Rob Baxter: World Rugby’s new law changes are madness – leave the game alone

Exeter’s director of rugby, Rob Baxter, has a hit at World Rugby – PA/Andrew Matthews

Rob Baxter, Exeter’s director of rugby, has criticized World Rugby’s proposal for further legal changes to attract new fans as ‘madness’.

Last month, the game’s governing body announced a five-step plan to speed up the game with a series of legal changes – such as 20-minute red cards and the abolition of a scrum option on a free kick and the “Dupont” offside law. – which will be voted on by the World Rugby board in May. Phase four of the plans will also see a specialist working group set up to examine the results of community tackle height testing across 11 unions and their “suitability for elite rugby”.

“We are trying to grow the game and there is no sport in the world that is trying to grow by confusing new supporters every 12 months,” Baxter said.

“We have to stop changing the laws. Three or four years ago the game was fine, and we didn’t have to change it then. 90 percent of what we do when changing the law is redoing things that were created by other changes in the law. It’s madness. We can’t talk about growing the game… you grow the game by introducing new players and people to it, but we confuse new people who come to the game every year by changing laws and interpretations. We avoid letting a good product happen.

The proposed de-powering of scrum and maul is a particular bugbear for BaxterThe proposed de-powering of scrum and maul is a particular bugbear for Baxter

The proposed de-powering of scrum and maul is a particular bugbear for Baxter – Shutterstock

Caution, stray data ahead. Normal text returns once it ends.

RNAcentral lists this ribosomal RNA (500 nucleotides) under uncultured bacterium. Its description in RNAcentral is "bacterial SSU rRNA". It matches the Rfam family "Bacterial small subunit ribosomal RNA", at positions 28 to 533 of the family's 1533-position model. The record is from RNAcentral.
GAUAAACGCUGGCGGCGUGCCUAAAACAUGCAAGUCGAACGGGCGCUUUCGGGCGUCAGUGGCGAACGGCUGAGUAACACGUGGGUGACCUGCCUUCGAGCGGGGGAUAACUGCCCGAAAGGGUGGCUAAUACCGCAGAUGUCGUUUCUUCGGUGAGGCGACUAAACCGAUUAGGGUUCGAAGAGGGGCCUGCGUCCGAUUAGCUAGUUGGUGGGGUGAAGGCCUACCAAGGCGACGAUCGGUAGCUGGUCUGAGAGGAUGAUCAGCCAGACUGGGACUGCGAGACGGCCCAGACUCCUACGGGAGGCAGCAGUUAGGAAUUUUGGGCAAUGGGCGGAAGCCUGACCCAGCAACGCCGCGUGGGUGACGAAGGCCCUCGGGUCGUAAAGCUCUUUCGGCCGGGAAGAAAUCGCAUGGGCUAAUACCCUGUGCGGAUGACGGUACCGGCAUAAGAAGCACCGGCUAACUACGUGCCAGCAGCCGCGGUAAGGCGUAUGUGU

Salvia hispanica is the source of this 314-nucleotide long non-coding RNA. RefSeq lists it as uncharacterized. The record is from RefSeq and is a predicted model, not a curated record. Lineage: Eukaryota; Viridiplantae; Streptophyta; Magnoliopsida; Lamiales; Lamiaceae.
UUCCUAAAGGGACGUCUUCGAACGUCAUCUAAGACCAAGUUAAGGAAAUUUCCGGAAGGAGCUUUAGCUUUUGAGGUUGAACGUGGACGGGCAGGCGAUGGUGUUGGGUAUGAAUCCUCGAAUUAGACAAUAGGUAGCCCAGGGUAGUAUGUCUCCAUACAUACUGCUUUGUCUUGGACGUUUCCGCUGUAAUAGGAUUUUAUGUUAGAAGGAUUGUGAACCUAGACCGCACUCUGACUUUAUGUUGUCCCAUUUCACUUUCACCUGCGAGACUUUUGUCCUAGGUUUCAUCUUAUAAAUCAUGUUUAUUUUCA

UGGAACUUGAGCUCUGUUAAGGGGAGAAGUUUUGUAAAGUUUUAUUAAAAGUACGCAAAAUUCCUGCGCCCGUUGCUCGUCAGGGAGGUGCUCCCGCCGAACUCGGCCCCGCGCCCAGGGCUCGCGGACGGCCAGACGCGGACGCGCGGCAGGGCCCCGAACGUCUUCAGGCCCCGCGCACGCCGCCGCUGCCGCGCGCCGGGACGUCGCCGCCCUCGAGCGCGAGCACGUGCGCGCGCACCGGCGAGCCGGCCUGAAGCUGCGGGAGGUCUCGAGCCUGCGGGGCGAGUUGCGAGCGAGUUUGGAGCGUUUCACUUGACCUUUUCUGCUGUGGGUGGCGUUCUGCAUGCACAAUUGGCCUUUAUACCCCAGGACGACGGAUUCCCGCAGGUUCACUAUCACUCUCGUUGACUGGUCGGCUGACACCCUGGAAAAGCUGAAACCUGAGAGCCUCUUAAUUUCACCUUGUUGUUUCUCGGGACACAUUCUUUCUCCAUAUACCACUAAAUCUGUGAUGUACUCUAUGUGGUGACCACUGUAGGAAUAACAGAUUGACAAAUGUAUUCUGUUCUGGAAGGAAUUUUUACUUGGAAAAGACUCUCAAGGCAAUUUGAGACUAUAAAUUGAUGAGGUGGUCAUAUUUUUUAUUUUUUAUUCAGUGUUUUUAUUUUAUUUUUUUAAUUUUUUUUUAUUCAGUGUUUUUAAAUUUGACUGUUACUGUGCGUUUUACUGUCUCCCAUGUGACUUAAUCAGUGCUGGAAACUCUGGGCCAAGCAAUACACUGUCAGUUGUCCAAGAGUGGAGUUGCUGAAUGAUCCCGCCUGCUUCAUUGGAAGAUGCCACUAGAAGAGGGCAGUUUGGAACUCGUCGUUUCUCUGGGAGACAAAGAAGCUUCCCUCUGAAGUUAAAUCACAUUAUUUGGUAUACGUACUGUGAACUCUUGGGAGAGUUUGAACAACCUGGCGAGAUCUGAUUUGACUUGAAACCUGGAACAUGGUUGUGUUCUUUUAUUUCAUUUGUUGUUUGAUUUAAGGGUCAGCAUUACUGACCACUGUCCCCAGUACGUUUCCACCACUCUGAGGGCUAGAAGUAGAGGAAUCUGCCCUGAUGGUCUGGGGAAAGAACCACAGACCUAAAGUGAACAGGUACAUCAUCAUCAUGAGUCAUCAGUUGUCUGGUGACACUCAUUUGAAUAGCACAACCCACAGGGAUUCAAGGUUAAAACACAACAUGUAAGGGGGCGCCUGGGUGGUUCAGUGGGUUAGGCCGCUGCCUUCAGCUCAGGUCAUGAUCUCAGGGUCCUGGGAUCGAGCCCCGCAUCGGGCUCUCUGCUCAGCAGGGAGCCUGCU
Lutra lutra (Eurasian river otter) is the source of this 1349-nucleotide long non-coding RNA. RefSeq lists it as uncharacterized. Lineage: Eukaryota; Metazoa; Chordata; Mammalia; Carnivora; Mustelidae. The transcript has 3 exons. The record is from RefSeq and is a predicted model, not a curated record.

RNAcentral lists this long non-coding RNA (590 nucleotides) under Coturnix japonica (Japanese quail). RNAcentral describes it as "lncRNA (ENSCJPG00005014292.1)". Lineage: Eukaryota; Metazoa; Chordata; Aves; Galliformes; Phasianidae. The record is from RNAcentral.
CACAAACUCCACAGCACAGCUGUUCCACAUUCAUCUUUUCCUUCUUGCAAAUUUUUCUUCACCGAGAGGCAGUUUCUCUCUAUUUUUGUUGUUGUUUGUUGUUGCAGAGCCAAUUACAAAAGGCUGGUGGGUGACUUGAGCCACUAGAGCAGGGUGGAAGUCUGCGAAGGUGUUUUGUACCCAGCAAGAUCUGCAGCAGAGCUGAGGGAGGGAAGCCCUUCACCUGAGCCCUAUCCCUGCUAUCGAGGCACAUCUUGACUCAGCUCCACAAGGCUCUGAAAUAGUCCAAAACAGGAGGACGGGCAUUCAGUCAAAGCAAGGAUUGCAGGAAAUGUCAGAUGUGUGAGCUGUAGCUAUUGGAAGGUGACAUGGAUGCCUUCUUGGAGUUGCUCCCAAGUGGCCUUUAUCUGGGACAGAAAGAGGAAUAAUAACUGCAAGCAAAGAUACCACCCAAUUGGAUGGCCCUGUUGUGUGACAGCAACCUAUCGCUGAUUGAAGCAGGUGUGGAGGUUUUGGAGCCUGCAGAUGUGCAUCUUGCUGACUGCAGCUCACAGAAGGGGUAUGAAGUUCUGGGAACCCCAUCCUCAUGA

“If they decide to change the law, they should decide to put a moratorium on not changing it anymore. Let’s settle down and move on. Now it feels like some of the great things they want to introduce are almost a counterbalance to what they brought in with the 50:22.

The third phase of World Rugby’s plans encourages individual unions and leagues to conduct closed processes against certain variations in the law “aimed at improving continuity of play”. They include a scrum and lineout shot clock, the ability to call a mark on a restart and forcing scrum halves to play the ball at mauls after one stoppage, not two. Baxter will be hoping they don’t reach the Premier League, with the elimination of scrum and maul a particular bugbear for the 53-year-old.

“I actually hope not,” Baxter added. ‘I actually hope we just leave things alone. They are [already] reinforcing two or three things to keep the game flowing – we don’t need to do more than that. Some things I see: No free kick option in scrum. We seem in love with the thought that eliminating the scrum and maul will create this game that everyone will want to come and watch. The more you eliminate the scrum and maul, the more you’re going to create a game that people won’t want to watch – because there won’t be any space.

‘I wish we would stop changing the laws, it makes me feel stupid’